A Thing or Two About THE WIZ (or, Some People Just Don’t Get It)

the wizLast night, NBC aired a live broadcast of the musical, The Wiz, based on the all-black Broadway play that first debuted on Broadway in the 1970s. The Wiz had been an adaptation of the 1939 film The Wizard of Oz, which in and of itself was an adaptation of the literary works of L. Frank Baum. Not surprisingly, there were people who freaked out about last night’s broadcast of The Wiz.


Tin Man meets the Wiz in the original Broadway production of The Wiz.

I’m not going to respond to those people directly…because they aren’t worth my time. But I do want to share an excerpt from a much larger piece I wrote several years ago. In my essay “Worlds Without Color,” I discuss at length The Wiz, and how it factors into what I call “oppression through omission.” The essay is included in my book Becoming Black: Personal Ramblings on Racial Identification, Racism, and Popular Culture. Here is the excerpt for “Worlds Without Color.”

When The Wiz first debuted on Broadway I was about eight-years-old, and by that point I had become so used to worlds without Black people, that I had started to think it was normal. The Wiz made no sense to me, and sounded like a bad idea, because I had been conditioned to think of that particular type of reality as not including Black people. This is what happens with omission of entire groups of people for prolonged periods of time. And as bad as it is for Blacks, it is far worse for Native Americans and other groups, whose level of omission runs much deeper. By not seeing images that reflect ourselves in these realities projected upon the screen, our very existence is compromised. It is as if we don’t exist, because there is no one in Oz that looks like us—and in turn we become dehumanized. This dehumanization is just another extension of the same dehumanization that justified slavery and the genocide of Native Americas. We were robbed of our right to be human in this country, and then as a type of mythology emerged in the form of motion pictures, we were either misrepresented—further dehumanizing us—or we were denied visibility, making us non-existent in the realm of story and myth.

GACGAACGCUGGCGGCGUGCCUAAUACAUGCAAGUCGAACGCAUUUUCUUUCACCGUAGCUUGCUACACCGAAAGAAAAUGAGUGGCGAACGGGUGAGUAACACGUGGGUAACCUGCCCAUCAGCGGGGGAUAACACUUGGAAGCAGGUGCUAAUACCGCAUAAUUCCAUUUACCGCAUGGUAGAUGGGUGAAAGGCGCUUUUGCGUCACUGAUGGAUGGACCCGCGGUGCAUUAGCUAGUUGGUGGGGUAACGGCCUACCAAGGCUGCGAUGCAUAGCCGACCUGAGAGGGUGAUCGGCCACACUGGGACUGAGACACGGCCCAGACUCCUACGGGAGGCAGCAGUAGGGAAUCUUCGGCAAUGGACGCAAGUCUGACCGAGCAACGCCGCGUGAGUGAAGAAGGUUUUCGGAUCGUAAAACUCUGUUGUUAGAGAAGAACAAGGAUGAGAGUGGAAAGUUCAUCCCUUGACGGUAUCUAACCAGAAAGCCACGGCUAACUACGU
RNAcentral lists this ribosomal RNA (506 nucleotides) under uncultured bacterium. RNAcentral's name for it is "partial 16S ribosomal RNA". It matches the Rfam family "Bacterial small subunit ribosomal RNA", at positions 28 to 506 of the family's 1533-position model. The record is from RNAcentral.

The purpose of mythology and story is to explain the existence and experiences of humans. Story and myth are the ways in which we process and express who we are and what we’ve experienced. It doesn’t matter if these experiences are triumphs or tragedies; there is an innate human need to tell stories to make sense of our lives. It is through story and myth that we define who we are in relation to all that surrounds us, or has happened to us, and helps us deal with the traumas we have endured. The problem in the United States, however, is that the stories and myths used to explain the American existence are informed by the racial ideologies that dehumanize people of color. This results in a mythological construct that either dehumanizes people of color, as is the case with The Birth of Nation, or ignores them all together, as is the case with The Wizard of Oz and Lord of the Rings, which in turn dehumanizes through omission.

To read more of this essay, please check out Becoming Black: Personal Ramblings on Racial Identification, Racism, and Popular Culture.


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